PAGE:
Nature of the Relationship

It is essential that you determine whether you are an employer because if you are not an employer, then payroll deductions will not apply to you. An employer/employee relationship usually exists if you have the right to control and direct the person who performs services for you. It is your right to exercise control that is relevant, not whether you actually exercise your right. In general, those who pay wages or salaries to others for the performance of services are considered to be employers by CRA.

The first step is to determine whether the relationship you have with those who work for you is employment as opposed to independent service. Determination of an employment relationship is essentially a question of fact. The Supreme Court of Canada in 671122 Ontario Ltd. v. Sagaz, 2001 SCC 59 stated at paragraph 47:

...The central question is whether the person who has been engaged to perform the services is performing them as a person in business on his own account. In making this determination, the level of control the employer has over the worker’s activities will always be a factor. However, other factors to consider include whether the worker provides his or her own equipment, whether the worker hires his or her own helpers, the degree of financial risk taken by the worker, the degree of responsibility for investment and management held by the worker, and the worker’s opportunity for profit in the performance of his or her tasks.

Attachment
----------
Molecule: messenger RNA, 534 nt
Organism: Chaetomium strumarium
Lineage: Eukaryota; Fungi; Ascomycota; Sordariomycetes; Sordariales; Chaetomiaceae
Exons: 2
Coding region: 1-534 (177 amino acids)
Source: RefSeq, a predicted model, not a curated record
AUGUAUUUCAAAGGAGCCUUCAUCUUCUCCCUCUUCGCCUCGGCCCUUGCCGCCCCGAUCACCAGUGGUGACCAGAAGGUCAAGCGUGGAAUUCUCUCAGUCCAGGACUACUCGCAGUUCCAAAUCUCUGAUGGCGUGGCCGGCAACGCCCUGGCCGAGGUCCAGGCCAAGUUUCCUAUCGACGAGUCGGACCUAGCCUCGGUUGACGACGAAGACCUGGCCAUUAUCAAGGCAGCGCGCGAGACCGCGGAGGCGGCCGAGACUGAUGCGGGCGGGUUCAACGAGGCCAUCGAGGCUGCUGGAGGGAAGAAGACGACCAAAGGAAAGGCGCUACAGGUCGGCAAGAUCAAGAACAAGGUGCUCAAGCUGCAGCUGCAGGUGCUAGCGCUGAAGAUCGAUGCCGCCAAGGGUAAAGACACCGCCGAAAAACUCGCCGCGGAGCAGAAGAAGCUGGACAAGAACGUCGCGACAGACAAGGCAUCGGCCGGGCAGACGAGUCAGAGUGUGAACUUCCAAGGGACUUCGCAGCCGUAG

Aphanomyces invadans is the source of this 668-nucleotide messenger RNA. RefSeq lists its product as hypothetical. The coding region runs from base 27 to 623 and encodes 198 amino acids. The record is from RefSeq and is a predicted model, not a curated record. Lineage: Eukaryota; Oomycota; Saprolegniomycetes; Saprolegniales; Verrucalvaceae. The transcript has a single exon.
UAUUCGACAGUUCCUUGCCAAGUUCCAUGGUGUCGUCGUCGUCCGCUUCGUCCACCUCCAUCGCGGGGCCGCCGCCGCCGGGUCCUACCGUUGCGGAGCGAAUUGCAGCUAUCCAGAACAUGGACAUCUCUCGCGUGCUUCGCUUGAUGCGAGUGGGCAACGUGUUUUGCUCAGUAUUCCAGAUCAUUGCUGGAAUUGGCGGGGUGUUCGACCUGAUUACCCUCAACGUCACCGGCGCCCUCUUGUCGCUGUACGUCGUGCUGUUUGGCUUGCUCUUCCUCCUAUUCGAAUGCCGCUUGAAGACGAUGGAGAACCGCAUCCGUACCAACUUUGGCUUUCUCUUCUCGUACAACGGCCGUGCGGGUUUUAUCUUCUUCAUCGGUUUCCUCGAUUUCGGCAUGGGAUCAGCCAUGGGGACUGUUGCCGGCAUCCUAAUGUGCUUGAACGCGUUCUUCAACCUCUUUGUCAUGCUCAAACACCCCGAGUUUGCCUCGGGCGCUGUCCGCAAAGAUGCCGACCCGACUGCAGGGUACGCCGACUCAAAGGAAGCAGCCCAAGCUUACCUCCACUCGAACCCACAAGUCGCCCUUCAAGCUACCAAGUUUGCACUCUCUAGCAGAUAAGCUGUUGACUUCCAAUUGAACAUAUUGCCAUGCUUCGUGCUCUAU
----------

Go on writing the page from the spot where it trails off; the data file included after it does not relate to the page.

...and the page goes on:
No single factor is determinative, nor is the fact that you choose to structure an arrangement as an independent services contract rather than an employment contract. If you have any doubts about whether an employer/employee relationship exists, you can request a ruling from CRA.

For more information about whether a person is an employee or a contractor, see CRA Form RC4110 “Employee or Self-Employed?” or consult a text like Professor Vern Krishna’s “The Fundamentals of Canadian Income Tax”, 9th ed. (Toronto: Thomson Carswell, 2014).

Another helpful resource from an Alberta point of view is the Alberta Learning Information Service’s Understand the Difference Between Employment and Contracting.

The resources referenced in this Module are not a replacement for a full legal analysis. They are provided solely for your convenience as you assess different issues relating to running your own practice. Every situation should be considered based on all relevant factors and applicable legislation and case law.

Last modified: Friday, 25 August 2023, 2:35 PM